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This move combined with the increasing market share of Internet diamond and jewelry websites increases the pressure upon retailers to define themselves to consumers and provide added value and quality to the products they sell. Middelmen are becoming an extinct species.

Who woulda thunk this would happen even a few short years ago? The industry is changing and evolving at warp speed.

For retailers, it is now “Adapt or Die”!

Darwin, where are you?

50k Diamond Razor For Fathers Day!!!

(Rapaport…June 17, 2005) Jacob & Co. created a 4.5 total carat weight Diamond encrusted M3Power razor for the Gillette Company to market as a Father’s Day gift for soccer-star David Beckham, Gillette says in a company statement.

The razor features two rows of white diamonds and one row of extremely rare green diamonds, and the edge of the razor has been finished in solid white gold. It is valued at $50,000.

Gillette says it is the most extravagant product the company has ever had commissioned.

“I am really delighted with this razor,” said Beckham. “To have an M3Power customized for me is amazing and for Gillette to give it to me for Father’s Day is a lovely gesture.”

Michele Szynal, director of brand communications says, “David Beckham is the ultimate style icon and a great dad. What better way to help him celebrate Father’s Day than to give him the closest shave with the coolest Gillette razor in the world.”

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The Razor

Gillette is headquartered in Boston, Massachusetts, and sells grooming and shaving preparation products as well as alkaline batteries and toothbrushes.

The Internet Evolution: Buying Diamonds and Jewelry Online

I just saw a fantastic article by Martin Rapaport concerning the tremendous evolution of the Internet today as a viable means of learning about and purchasing quality diamonds and jewelry at tremendous values. I will post the article here in its entirety:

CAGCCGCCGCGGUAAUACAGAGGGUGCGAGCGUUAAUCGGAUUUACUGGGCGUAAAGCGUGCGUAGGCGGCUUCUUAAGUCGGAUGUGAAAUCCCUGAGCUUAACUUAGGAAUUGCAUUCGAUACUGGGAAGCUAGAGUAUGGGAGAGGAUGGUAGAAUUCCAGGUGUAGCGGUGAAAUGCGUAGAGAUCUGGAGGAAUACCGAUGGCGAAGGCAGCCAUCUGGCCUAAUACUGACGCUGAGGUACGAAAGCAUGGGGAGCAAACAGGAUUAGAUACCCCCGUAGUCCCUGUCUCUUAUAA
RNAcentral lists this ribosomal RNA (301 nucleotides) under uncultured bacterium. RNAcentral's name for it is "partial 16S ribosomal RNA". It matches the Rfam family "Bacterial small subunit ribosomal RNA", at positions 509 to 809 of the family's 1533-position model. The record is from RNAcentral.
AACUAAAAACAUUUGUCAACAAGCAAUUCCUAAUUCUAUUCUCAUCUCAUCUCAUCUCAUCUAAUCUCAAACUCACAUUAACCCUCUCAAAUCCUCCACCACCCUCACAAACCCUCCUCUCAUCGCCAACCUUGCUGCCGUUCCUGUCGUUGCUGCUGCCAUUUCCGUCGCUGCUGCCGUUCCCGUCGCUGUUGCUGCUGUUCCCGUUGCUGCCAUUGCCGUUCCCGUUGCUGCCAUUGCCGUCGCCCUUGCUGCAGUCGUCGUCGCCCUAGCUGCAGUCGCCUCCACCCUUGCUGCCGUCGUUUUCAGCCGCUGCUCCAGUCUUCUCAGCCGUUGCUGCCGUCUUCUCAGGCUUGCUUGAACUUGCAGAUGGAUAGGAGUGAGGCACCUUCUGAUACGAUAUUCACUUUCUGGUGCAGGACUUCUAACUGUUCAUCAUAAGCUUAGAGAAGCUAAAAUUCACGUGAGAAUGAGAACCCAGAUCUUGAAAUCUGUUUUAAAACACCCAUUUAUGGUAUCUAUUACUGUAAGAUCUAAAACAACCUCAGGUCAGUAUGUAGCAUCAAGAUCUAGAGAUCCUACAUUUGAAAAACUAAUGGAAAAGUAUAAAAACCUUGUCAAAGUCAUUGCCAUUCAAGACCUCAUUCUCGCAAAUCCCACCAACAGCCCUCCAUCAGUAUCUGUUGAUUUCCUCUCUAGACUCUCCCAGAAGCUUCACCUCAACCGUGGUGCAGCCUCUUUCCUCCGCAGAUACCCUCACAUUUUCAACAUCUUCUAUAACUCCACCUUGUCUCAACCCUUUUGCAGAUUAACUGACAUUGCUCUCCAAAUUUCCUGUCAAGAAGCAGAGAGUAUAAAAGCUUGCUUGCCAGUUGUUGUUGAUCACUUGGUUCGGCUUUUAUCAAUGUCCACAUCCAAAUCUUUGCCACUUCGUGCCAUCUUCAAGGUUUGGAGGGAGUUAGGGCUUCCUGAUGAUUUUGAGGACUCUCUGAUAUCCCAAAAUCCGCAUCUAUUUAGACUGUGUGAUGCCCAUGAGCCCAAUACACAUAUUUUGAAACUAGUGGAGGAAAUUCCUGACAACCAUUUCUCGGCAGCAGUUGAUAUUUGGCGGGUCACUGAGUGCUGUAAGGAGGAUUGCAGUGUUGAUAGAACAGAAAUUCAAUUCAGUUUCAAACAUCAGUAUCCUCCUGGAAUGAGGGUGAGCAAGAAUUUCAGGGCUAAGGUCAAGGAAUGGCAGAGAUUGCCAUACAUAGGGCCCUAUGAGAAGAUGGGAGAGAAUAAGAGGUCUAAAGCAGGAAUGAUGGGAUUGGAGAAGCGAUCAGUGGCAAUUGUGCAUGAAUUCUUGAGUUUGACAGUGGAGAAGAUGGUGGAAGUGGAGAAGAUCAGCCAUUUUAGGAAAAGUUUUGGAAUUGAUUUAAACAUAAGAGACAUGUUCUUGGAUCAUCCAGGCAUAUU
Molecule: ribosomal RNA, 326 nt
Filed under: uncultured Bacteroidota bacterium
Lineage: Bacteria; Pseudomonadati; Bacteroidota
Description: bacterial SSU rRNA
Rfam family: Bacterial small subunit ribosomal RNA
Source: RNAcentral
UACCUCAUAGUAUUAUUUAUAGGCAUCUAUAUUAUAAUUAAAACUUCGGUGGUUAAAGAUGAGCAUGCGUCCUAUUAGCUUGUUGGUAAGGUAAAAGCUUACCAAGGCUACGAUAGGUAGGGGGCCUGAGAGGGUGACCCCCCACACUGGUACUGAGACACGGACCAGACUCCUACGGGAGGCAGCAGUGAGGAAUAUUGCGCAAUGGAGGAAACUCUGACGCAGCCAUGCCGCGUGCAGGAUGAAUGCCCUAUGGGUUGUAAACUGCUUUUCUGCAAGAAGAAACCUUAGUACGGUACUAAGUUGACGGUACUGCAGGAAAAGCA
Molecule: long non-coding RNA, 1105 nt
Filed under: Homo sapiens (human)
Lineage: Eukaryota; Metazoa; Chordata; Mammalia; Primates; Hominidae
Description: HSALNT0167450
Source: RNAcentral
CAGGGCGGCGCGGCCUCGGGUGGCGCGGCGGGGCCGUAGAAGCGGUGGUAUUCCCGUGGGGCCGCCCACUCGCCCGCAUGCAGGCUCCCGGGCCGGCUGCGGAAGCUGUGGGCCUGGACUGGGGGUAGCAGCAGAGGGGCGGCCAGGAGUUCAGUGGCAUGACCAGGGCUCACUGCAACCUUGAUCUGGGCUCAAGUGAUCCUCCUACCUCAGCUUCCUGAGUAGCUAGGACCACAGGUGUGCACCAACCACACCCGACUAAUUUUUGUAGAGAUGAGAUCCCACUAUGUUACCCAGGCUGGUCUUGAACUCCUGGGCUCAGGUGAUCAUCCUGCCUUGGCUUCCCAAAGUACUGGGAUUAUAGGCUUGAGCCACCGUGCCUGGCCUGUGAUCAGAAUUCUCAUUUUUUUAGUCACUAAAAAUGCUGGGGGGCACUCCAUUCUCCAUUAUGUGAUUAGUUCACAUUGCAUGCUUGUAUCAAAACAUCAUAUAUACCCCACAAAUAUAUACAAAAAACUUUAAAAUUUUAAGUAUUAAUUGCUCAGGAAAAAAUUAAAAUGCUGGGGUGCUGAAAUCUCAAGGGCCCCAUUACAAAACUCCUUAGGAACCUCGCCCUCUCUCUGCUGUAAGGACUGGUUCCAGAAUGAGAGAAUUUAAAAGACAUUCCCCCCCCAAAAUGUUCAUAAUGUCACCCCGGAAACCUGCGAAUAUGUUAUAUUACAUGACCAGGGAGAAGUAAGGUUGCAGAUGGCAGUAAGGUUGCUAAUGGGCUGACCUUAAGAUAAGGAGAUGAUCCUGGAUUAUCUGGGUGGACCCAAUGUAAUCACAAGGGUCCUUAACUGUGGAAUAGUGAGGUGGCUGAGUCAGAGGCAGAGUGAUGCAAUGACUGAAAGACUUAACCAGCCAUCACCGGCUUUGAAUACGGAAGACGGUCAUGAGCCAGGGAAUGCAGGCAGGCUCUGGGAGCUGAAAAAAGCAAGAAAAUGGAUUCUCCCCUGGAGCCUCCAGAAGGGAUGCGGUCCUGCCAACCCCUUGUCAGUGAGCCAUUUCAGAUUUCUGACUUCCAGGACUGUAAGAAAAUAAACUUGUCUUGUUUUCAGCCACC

“My father told me a story about his father — the original Martin Rapaport. He owned the grain mill in Satmar, Hungary. The mill made money by buying up large quantities of wheat, grinding it and selling the flour. Every year my grandfather would travel to a very wealthy landowner, a several days’ journey, and negotiate the purchase of the landowner’s entire grain production. One year, my grandfather arrived as usual and the landowner very apologetically explained that he had already sold his wheat to a company in London. He took my grandfather into a room and showed him a telephone, proudly explaining how that the deal was negotiated over the phone. Greatly disheartened my grandfather returned home and told my father “the telephone will kill the wheat business.”

Obviously, the telephone did not kill the wheat business but it did kill my grandfather’s idea of what the wheat business was or should be. While the physical aspects of advancing technology are new, there is nothing new about the fact that technology changes our world in ways that empower and “depower” different segments of society. Sometimes technology does not merely advance us, it hyperspaces us to a new reality with unlimited opportunities and consequences. The printing press, electricity, telephones, air travel and computers did not just advance us, they put us in a different world. A world where the young challenge the old, where revolutionary thinkers displace the establishment and where it becomes increasingly difficult to balance the need to adopt new ideas with the need to maintain order and the success provided by well-established tested and tried ways of doing things.

New technology is G-d’s way of democratizing opportunity. Established firms with large investments in the old way of doing things are misplaced by new firms that are able to adopt change and innovate quickly. The older and more powerfully entrenched you are and the greater investment you have in the old, the harder it is to adopt new ways to do things. Technology shocks provide an elementary form of social justice as they limit the dominance of the powerful establishment and make room for new innovators. New technology is Darwinian as it provides for survival of the best adapters and elimination of those that resist change.

While many established firms took pleasure in the “boom-bust” collapse of the early internet and the justified fall of the arrogant gurus who predicted the imminent demise of traditional retailing and distribution, in fact the internet is continuing to develop and change the way we do business. A primary goal of this article is to try and understand how the internet will impact the diamond and jewelry business in the near to medium future so that we may develop strategies that optimize our strategic positioning.

Internet is an Evolutional Process
We must recognize that the internet is not a revolution but an evolutionary process. Like the telephone the internet does not change the world by itself, but by how it interacts with existing systems. The impact of the internet process will continue for a long time and fundamentally change how we evolve. The internet today is the telephone of yesterday and the electricity of yesteryear.